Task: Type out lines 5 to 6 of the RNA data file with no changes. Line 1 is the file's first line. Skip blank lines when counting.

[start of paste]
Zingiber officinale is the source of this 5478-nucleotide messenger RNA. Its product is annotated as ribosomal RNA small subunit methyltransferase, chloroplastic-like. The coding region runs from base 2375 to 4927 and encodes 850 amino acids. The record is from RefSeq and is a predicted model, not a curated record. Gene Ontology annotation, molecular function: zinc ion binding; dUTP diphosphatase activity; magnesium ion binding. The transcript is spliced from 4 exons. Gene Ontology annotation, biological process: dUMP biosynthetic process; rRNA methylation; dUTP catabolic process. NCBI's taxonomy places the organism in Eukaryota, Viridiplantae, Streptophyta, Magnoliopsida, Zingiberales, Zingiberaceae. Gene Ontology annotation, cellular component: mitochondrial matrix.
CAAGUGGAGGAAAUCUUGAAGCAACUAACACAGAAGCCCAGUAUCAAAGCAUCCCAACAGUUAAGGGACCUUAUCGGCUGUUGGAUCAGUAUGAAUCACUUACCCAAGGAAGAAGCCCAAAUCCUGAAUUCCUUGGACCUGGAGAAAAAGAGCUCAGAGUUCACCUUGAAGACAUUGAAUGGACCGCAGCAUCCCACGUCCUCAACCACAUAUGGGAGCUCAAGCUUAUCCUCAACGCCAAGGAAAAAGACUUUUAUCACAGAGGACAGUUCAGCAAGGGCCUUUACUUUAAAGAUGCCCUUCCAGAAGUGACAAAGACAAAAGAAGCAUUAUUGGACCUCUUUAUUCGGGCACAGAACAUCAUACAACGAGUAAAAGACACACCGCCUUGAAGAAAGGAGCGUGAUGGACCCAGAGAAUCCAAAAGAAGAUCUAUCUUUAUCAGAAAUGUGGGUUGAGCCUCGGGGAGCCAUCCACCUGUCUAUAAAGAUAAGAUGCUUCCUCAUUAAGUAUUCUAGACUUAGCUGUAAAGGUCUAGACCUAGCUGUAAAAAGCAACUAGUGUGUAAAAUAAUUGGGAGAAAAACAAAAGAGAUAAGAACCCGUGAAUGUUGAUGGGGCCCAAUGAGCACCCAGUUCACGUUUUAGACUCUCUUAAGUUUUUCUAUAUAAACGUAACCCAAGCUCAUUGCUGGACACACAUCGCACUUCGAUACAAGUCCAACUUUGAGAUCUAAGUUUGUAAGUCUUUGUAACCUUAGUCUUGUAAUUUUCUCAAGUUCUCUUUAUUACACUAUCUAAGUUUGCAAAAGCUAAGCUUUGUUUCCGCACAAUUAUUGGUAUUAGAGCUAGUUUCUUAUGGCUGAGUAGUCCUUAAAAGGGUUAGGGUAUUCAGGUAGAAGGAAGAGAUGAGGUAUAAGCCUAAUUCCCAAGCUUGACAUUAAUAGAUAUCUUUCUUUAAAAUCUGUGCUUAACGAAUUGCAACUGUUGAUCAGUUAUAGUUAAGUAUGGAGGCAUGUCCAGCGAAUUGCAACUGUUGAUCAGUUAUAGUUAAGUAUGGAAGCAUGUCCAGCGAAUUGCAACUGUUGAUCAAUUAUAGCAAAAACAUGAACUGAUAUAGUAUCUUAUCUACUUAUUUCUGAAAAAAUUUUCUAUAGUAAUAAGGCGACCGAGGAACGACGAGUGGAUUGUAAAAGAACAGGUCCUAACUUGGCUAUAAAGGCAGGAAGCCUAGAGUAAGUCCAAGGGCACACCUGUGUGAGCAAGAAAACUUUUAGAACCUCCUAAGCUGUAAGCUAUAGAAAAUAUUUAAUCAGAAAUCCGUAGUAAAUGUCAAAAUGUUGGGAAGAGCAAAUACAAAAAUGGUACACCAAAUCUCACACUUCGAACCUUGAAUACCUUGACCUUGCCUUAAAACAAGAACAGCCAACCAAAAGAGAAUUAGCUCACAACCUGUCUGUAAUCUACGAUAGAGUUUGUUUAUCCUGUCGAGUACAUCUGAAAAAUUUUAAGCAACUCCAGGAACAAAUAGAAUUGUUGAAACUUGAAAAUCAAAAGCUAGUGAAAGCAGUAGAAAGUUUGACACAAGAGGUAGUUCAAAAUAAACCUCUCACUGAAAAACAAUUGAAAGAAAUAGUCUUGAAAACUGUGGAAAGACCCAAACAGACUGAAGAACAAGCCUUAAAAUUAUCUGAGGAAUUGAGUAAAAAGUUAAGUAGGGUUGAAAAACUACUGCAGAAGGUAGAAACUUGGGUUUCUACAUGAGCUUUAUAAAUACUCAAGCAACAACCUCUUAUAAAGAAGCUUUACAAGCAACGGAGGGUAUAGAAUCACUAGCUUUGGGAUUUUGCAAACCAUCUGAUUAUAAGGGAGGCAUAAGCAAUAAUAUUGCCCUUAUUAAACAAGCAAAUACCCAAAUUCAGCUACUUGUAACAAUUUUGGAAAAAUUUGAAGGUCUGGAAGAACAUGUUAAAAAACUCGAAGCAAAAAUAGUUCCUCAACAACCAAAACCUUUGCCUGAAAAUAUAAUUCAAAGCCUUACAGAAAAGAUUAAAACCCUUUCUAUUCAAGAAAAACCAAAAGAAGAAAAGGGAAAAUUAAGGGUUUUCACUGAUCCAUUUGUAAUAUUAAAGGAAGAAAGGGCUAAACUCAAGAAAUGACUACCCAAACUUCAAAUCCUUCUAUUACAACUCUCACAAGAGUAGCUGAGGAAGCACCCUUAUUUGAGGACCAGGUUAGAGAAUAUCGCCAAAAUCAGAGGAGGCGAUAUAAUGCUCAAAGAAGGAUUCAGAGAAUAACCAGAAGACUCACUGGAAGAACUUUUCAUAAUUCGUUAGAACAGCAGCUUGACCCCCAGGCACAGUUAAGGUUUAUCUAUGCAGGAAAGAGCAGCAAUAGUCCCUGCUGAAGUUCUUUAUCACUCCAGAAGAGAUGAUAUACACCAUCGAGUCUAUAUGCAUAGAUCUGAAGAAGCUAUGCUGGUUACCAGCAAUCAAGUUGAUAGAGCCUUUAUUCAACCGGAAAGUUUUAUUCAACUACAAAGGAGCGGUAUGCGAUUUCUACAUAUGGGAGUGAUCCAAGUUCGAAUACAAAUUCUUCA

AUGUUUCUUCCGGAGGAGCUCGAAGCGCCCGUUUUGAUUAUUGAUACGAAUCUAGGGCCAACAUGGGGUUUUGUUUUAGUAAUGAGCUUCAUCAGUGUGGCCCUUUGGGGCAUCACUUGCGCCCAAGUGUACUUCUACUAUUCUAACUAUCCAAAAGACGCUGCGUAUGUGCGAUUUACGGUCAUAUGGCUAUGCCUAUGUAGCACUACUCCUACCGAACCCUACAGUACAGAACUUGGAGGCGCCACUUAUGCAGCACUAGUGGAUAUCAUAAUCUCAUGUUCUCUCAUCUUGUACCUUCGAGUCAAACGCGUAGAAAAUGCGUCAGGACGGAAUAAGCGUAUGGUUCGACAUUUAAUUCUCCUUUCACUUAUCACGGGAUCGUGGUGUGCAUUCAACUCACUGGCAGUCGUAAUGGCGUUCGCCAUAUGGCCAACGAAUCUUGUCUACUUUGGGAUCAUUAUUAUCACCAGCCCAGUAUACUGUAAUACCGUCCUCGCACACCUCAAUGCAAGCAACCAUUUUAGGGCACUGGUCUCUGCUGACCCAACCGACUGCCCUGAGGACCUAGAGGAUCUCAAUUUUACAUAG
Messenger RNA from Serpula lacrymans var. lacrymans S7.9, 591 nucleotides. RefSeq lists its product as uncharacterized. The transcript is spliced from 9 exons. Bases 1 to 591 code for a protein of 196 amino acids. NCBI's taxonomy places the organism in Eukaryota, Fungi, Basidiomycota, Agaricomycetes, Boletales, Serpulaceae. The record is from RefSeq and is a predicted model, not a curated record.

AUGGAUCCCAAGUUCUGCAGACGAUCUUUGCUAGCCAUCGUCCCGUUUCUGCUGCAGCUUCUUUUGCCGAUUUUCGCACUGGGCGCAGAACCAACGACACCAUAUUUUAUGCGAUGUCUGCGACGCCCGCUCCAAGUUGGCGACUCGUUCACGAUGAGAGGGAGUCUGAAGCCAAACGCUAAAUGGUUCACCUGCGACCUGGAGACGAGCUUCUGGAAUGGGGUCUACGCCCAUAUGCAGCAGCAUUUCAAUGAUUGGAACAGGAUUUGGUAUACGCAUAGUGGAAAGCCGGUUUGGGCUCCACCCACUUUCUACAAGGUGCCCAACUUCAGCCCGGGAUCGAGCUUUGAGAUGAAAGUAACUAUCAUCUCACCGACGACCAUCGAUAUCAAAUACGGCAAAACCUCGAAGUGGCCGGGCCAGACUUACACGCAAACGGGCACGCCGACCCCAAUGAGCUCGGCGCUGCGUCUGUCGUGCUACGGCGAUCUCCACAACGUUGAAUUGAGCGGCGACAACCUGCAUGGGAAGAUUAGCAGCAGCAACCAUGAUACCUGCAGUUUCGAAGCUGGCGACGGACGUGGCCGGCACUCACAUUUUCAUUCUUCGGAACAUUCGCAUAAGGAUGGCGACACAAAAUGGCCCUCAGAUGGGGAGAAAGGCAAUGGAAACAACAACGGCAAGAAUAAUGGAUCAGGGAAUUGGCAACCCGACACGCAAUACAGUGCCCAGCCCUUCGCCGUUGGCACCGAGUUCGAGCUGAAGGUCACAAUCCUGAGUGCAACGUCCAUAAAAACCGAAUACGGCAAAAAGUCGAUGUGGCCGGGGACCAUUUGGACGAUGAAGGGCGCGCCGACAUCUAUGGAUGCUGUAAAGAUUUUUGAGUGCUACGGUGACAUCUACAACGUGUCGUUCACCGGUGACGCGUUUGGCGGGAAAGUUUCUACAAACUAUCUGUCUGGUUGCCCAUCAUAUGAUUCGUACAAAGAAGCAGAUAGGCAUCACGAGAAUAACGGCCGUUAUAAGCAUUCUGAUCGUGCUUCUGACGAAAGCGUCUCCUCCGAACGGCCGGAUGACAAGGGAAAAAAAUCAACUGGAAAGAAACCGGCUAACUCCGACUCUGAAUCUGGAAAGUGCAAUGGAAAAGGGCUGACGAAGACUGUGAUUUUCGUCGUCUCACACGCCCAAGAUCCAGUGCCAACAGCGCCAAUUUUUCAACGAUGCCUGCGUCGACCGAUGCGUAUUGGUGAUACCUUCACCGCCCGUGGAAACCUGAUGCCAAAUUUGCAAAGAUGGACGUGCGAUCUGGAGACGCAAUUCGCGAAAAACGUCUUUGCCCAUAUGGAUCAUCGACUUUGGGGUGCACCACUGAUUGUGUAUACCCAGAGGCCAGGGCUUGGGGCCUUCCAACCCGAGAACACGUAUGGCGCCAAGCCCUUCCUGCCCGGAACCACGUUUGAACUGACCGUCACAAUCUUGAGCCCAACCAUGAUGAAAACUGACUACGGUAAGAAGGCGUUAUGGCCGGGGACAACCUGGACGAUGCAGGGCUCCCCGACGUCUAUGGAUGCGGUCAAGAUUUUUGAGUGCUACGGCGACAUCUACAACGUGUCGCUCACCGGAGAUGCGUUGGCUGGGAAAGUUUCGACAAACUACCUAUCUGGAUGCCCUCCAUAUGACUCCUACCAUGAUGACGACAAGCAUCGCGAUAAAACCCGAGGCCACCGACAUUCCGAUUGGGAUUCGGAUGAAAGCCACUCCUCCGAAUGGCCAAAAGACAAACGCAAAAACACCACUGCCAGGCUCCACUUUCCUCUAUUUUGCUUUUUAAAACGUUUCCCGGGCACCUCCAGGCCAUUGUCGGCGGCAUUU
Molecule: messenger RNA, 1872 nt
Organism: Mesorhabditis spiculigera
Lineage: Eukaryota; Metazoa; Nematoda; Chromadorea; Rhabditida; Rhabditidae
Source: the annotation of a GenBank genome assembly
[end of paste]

AUGGAUCCCAAGUUCUGCAGACGAUCUUUGCUAGCCAUCGUCCCGUUUCUGCUGCAGCUUCUUUUGCCGAUUUUCGCACUGGGCGCAGAACCAACGACACCAUAUUUUAUGCGAUGUCUGCGACGCCCGCUCCAAGUUGGCGACUCGUUCACGAUGAGAGGGAGUCUGAAGCCAAACGCUAAAUGGUUCACCUGCGACCUGGAGACGAGCUUCUGGAAUGGGGUCUACGCCCAUAUGCAGCAGCAUUUCAAUGAUUGGAACAGGAUUUGGUAUACGCAUAGUGGAAAGCCGGUUUGGGCUCCACCCACUUUCUACAAGGUGCCCAACUUCAGCCCGGGAUCGAGCUUUGAGAUGAAAGUAACUAUCAUCUCACCGACGACCAUCGAUAUCAAAUACGGCAAAACCUCGAAGUGGCCGGGCCAGACUUACACGCAAACGGGCACGCCGACCCCAAUGAGCUCGGCGCUGCGUCUGUCGUGCUACGGCGAUCUCCACAACGUUGAAUUGAGCGGCGACAACCUGCAUGGGAAGAUUAGCAGCAGCAACCAUGAUACCUGCAGUUUCGAAGCUGGCGACGGACGUGGCCGGCACUCACAUUUUCAUUCUUCGGAACAUUCGCAUAAGGAUGGCGACACAAAAUGGCCCUCAGAUGGGGAGAAAGGCAAUGGAAACAACAACGGCAAGAAUAAUGGAUCAGGGAAUUGGCAACCCGACACGCAAUACAGUGCCCAGCCCUUCGCCGUUGGCACCGAGUUCGAGCUGAAGGUCACAAUCCUGAGUGCAACGUCCAUAAAAACCGAAUACGGCAAAAAGUCGAUGUGGCCGGGGACCAUUUGGACGAUGAAGGGCGCGCCGACAUCUAUGGAUGCUGUAAAGAUUUUUGAGUGCUACGGUGACAUCUACAACGUGUCGUUCACCGGUGACGCGUUUGGCGGGAAAGUUUCUACAAACUAUCUGUCUGGUUGCCCAUCAUAUGAUUCGUACAAAGAAGCAGAUAGGCAUCACGAGAAUAACGGCCGUUAUAAGCAUUCUGAUCGUGCUUCUGACGAAAGCGUCUCCUCCGAACGGCCGGAUGACAAGGGAAAAAAAUCAACUGGAAAGAAACCGGCUAACUCCGACUCUGAAUCUGGAAAGUGCAAUGGAAAAGGGCUGACGAAGACUGUGAUUUUCGUCGUCUCACACGCCCAAGAUCCAGUGCCAACAGCGCCAAUUUUUCAACGAUGCCUGCGUCGACCGAUGCGUAUUGGUGAUACCUUCACCGCCCGUGGAAACCUGAUGCCAAAUUUGCAAAGAUGGACGUGCGAUCUGGAGACGCAAUUCGCGAAAAACGUCUUUGCCCAUAUGGAUCAUCGACUUUGGGGUGCACCACUGAUUGUGUAUACCCAGAGGCCAGGGCUUGGGGCCUUCCAACCCGAGAACACGUAUGGCGCCAAGCCCUUCCUGCCCGGAACCACGUUUGAACUGACCGUCACAAUCUUGAGCCCAACCAUGAUGAAAACUGACUACGGUAAGAAGGCGUUAUGGCCGGGGACAACCUGGACGAUGCAGGGCUCCCCGACGUCUAUGGAUGCGGUCAAGAUUUUUGAGUGCUACGGCGACAUCUACAACGUGUCGCUCACCGGAGAUGCGUUGGCUGGGAAAGUUUCGACAAACUACCUAUCUGGAUGCCCUCCAUAUGACUCCUACCAUGAUGACGACAAGCAUCGCGAUAAAACCCGAGGCCACCGACAUUCCGAUUGGGAUUCGGAUGAAAGCCACUCCUCCGAAUGGCCAAAAGACAAACGCAAAAACACCACUGCCAGGCUCCACUUUCCUCUAUUUUGCUUUUUAAAACGUUUCCCGGGCACCUCCAGGCCAUUGUCGGCGGCAUUU
Molecule: messenger RNA, 1872 nt